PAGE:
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secretary of defense, the chairman of the Joint Chiefs of Staff, and the combatant


Change is also in the wind for the ARNG and the ANG. Critical military

specialties (military police in the ARNG and security forces, intelligence, and

information management in the ANG) have been stretched thin with units and individuals

mobilized at least twice in the last two years. Other career fields or units may be reduced

to permit growth in higher utilization specialties. The National Guard is seeking greater

predictability in unit deployments and hopes to limit mobilizations for each organization

to one twelve-month period every six years. The Department of Defense wants ARNG

units to deploy faster than ever before, perhaps within 1-4 weeks after mobilization. In

an attempt to meet such a goal, the Army Guard is proposing that units be allowed to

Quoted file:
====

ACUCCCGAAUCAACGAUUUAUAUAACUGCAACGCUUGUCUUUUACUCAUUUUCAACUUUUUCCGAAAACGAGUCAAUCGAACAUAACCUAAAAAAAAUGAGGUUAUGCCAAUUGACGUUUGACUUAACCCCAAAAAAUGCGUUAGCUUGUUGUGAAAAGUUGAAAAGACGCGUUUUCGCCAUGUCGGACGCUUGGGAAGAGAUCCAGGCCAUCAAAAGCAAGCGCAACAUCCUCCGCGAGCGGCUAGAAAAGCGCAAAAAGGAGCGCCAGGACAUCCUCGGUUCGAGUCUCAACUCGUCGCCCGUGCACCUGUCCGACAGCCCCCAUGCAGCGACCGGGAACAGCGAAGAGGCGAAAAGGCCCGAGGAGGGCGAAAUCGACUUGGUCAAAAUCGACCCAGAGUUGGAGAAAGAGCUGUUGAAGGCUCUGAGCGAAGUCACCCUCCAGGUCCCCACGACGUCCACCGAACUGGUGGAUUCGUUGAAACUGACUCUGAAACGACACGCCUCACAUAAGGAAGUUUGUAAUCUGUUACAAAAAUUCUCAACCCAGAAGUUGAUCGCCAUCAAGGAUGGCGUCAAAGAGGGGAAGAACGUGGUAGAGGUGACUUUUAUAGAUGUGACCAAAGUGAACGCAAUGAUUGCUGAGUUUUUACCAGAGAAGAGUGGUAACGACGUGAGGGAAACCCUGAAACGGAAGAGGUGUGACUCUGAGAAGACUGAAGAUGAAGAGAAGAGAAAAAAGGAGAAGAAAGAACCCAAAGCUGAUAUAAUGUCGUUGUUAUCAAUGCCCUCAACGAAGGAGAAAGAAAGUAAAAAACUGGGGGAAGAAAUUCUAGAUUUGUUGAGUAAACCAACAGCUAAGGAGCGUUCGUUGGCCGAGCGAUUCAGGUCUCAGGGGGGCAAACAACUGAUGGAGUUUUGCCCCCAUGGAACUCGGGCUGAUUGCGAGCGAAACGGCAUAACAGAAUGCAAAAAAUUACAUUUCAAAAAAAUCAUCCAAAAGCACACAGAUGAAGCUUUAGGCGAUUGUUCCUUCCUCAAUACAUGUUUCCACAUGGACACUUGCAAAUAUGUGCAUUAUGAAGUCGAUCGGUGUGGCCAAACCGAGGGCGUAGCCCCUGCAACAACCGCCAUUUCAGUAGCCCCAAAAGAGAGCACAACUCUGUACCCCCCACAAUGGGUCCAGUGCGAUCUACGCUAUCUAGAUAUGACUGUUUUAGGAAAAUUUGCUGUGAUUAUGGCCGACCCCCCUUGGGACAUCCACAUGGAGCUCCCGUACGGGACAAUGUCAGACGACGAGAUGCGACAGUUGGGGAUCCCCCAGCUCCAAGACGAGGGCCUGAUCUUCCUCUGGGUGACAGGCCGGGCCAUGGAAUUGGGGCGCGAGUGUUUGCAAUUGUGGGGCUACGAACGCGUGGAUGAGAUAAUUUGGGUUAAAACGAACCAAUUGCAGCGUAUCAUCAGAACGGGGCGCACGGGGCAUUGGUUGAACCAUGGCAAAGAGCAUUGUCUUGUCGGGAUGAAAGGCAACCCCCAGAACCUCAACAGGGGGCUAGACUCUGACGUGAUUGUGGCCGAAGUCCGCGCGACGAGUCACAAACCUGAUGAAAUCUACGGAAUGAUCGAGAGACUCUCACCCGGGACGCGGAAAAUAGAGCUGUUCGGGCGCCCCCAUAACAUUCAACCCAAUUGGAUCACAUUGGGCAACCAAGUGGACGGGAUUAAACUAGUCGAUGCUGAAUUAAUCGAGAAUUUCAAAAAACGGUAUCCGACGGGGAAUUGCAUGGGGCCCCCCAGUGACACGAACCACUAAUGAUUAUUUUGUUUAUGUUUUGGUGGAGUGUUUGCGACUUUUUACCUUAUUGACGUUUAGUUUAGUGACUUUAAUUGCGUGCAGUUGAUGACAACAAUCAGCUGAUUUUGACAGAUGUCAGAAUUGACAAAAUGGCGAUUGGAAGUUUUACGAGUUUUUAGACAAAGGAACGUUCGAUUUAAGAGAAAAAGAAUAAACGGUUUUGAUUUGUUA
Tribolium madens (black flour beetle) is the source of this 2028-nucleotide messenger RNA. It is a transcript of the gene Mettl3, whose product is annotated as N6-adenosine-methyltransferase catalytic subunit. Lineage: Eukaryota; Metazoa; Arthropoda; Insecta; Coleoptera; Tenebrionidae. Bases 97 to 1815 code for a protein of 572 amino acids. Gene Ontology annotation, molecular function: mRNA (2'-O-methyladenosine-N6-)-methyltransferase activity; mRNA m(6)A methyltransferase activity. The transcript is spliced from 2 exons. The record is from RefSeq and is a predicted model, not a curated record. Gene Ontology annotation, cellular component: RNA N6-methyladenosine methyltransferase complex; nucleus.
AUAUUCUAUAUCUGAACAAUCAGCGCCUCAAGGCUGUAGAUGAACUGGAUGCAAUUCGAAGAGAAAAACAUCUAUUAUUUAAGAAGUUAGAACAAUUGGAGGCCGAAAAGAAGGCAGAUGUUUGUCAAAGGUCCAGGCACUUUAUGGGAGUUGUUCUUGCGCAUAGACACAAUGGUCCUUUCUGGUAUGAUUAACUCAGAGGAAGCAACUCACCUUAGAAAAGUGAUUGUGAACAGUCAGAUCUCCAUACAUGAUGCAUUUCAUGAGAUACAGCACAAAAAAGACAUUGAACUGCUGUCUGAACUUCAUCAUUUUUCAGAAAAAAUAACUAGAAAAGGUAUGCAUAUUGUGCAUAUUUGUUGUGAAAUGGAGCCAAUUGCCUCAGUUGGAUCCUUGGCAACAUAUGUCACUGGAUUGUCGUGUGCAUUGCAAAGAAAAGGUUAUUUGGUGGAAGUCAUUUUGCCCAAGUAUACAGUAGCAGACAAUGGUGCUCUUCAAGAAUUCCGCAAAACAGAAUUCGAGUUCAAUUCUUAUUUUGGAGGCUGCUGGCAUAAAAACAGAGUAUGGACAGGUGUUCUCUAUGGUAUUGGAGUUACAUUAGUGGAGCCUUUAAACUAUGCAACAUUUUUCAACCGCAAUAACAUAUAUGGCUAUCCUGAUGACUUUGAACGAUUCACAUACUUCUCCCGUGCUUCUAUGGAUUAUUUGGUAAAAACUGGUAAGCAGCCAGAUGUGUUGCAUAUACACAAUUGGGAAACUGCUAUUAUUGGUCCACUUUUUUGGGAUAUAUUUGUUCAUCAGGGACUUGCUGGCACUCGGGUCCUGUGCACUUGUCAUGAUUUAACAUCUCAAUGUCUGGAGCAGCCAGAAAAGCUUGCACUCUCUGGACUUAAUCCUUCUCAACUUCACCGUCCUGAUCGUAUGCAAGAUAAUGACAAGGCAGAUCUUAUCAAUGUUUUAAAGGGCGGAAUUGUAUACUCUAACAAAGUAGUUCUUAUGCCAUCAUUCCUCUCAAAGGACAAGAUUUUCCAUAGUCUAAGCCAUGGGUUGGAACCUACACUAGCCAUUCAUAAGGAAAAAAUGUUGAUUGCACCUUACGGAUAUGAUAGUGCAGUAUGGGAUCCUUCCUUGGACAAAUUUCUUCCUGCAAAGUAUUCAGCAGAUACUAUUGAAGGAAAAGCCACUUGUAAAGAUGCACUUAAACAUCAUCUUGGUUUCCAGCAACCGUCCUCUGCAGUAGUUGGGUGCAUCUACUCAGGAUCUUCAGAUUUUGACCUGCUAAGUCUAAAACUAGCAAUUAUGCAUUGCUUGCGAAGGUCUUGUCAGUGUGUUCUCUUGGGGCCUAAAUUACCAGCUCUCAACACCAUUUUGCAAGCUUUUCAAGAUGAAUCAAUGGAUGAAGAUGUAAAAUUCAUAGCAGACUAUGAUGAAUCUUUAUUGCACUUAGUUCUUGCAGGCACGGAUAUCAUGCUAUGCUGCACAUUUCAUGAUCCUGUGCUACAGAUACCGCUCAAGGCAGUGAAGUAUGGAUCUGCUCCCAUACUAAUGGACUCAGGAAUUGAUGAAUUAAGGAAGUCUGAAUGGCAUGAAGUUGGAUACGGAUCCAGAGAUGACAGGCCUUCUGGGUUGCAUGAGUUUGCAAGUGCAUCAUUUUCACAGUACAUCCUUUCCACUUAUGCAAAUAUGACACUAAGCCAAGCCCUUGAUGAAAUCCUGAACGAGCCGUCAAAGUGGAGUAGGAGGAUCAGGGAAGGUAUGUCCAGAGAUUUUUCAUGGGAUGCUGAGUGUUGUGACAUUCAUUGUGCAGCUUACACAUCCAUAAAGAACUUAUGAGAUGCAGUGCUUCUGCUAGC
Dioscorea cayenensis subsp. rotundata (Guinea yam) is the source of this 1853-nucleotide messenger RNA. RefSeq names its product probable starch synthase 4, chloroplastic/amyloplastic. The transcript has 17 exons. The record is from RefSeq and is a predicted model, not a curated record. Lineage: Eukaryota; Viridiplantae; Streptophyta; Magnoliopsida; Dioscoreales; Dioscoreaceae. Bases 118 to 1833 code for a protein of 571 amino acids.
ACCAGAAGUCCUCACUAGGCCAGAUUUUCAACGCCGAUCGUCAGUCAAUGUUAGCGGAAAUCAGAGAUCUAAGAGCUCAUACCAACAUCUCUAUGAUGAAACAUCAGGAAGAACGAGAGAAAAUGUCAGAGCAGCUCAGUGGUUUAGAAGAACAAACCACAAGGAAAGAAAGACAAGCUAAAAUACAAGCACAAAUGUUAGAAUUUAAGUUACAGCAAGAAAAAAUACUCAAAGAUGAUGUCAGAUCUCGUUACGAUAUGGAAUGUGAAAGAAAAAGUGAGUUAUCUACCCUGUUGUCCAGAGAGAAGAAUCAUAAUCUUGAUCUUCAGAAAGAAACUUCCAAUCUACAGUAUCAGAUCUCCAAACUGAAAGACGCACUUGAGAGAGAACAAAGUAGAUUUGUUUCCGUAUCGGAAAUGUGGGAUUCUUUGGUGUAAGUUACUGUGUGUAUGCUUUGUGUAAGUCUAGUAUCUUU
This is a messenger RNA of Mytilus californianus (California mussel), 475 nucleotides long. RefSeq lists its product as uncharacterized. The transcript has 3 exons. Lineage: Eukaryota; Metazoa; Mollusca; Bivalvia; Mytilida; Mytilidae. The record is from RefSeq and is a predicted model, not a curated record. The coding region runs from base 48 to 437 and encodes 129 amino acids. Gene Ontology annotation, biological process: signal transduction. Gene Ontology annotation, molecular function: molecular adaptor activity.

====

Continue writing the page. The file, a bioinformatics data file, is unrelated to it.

carry a 3 percent overage above their maximum authorized personnel level and that all

full-time manning positions be filled. The ANG has announced the “Vanguard” initiative

to keep it in line with Air Force transformation. In addition, the ANG is exploring the

use of multi-state units and the creation of new units that blend active duty and reserve

component members into one single organization.

Stresses and strains in the war on terrorism have resulted in recent calls for

significant changes in the Total Force Policy, or even its outright elimination. However,

many compelling reasons suggest that the policy is still the best defense solution for

America. It was the Total Force Policy that has allowed the Guard and Reserves to

participate fully in all aspects of the war on terror to date. Indeed, active duty forces

alone could not have defended the American homeland and achieved success in

Afghanistan and Iraq without the Guard and Reserves. While changes to policies and

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